If your digital transformation involves rethinking your quality management processes, you may not consider this initiative your highest priority. However, every little organizational change you make as a result of digital transformation requires careful planning.

In fact, when implementing a new enterprise resource planning (ERP) or manufacturing execution system (MES), most organizations experience change resistance.

Today, we’re sharing tips on how to get employees excited about new quality management processes and the related roles and responsibilities changes.

How To Get Employees Excited About New Quality Management Processes

1. Explain the Reasoning

Suddenly telling employees that it’s time to change the way they handle quality control might not provoke the response you expected.

Humans are generally hardwired to resist change of any kind, even if the outcome will benefit them tremendously.

We recommend starting your change management efforts during the software selection stage and explaining the why behind the shift. Highlight the pain points, organizational siloes, and errors that will be resolved if you change your quality processes. Then, share how new ERP or MES software will enable those improvements.

Potential talking points might include:

  • Improving product quality
  • Improving service quality
  • Improving the customer experience
  • Enabling better process control
  • Ensuring industry compliance

If they can visualize the benefits that will result from process improvements, employees are more likely to support the project from the beginning.

This engagement is essential because employees have valuable insights into where you might need to change your quality management approach. You can use those insights to shape your list of requirements as you begin the MES or ERP selection process.

Change Management Case Study

The client recognized their need for more comprehensive change management, so they asked us to fill in the gaps. We developed a robust communication plan to supplement the vendor’s communication approach.

2. Prioritize End-User Training

It isn’t enough to simply tell your employees about the new quality assurance processes you plan to implement. They need to be able to walk through the steps on their own.

As such, end-user training is a critical part of an organizational change management plan.

As you’re preparing training materials, remember to tailor them to each functional group. The way your research and development employees handle QC will be different from your supply chain management team.

It’s important to assess your training periodically to determine what’s working and what you need to tweak. Then, after go-live, maintain that commitment.

3. Obtain Executive Buy-in

We might be wired to resist change, but humans are also naturally inclined to follow an influential leader. If your C-suite is excited and positive about the digital transformation, it’s easier to encourage everyone else.

Of course, before you can get to this point, you must convince your senior leaders that the process improvements are even necessary in the first place. While executives might not realize that extensive quality control issues exist, you need their approval and support before you can move forward.

Outline where the inefficiencies are occurring, and what capabilities your current workflows are lacking. Then, describe the functionality you’ll look for in new software, and how this functionality can help.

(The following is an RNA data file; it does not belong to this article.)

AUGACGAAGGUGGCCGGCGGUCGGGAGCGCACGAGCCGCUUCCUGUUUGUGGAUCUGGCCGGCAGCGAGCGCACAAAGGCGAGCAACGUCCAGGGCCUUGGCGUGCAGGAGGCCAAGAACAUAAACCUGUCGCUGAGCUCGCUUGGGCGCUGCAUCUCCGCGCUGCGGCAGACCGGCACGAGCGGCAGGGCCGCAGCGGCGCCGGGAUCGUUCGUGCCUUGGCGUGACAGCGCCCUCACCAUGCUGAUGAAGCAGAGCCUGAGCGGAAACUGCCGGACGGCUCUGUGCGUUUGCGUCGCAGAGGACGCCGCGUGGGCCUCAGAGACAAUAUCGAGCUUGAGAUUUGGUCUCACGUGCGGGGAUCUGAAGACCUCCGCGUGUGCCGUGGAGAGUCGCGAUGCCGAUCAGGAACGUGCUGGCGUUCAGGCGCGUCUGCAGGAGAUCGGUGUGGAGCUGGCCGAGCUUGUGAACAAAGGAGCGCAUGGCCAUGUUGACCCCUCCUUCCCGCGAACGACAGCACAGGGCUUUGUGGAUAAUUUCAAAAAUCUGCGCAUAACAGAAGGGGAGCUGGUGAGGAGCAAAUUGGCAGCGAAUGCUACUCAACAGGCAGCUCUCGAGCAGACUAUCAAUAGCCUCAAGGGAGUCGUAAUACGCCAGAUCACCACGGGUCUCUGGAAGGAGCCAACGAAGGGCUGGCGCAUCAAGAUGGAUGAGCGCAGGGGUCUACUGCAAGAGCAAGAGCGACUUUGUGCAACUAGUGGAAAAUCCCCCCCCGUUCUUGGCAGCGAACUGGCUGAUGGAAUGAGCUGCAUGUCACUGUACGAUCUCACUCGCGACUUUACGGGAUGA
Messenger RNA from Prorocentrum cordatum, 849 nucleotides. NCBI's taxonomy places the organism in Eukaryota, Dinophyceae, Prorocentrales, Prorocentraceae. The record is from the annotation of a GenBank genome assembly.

Once you have executive buy-in, you can assemble a team of leaders who can serve as change advocates throughout your organization. While some might belong to your C-suite, others may be department leads or other stakeholders. Most importantly, they should be excellent communicators, capable of explaining the change and rallying support around it.

4. Don’t Ignore Questions and Concerns

While you’re rolling out quality management changes, it’s easy to simply shoo away any employee who presents concerns. After all, there is a lot of work to do, and you might be up against a tight deadline.

While the easy solution might be to keep your head down and press ahead, think twice. Your employees are bound to have many inquiries and ignoring them only feeds the rumor mill.

Instead, try to be as transparent and forthcoming as possible. Hold regular update meetings, where everyone has a chance to share their viewpoint. You can also schedule one-on-one conversations to dive more deeply into issues that are worrying your employees.

While this might seem time-consuming now, it can be even more cumbersome once you’re in the final stages of the project. It’s common for even the simplest projects to implode because employees persist in suggesting more features. This can lead to implementation failure (as we’ve seen in our software expert witness engagements).

By listening to your employees on the front end of the project, you can address those concerns early. Then, you can incorporate them into your efforts.

Next Steps: Quality Management Process Improvement

Your reality:

Of all the ways you can use digital technology to enable process improvement, streamlining quality assurance is one of the most valuable. By improving your quality management process flows, you can help your teams work smarter.

Your employees’ reality:

Of all the ways you can use digital technology to enable process improvement, streamlining quality assurance is one of the most annoying. By improving your quality management process flows, you can ensure your teams bang their heads against the wall.

If you need to change your employees’ narrative, contact our organizational change management consultants below. We’ll help you get employees excited about the prospect of new quality management processes.

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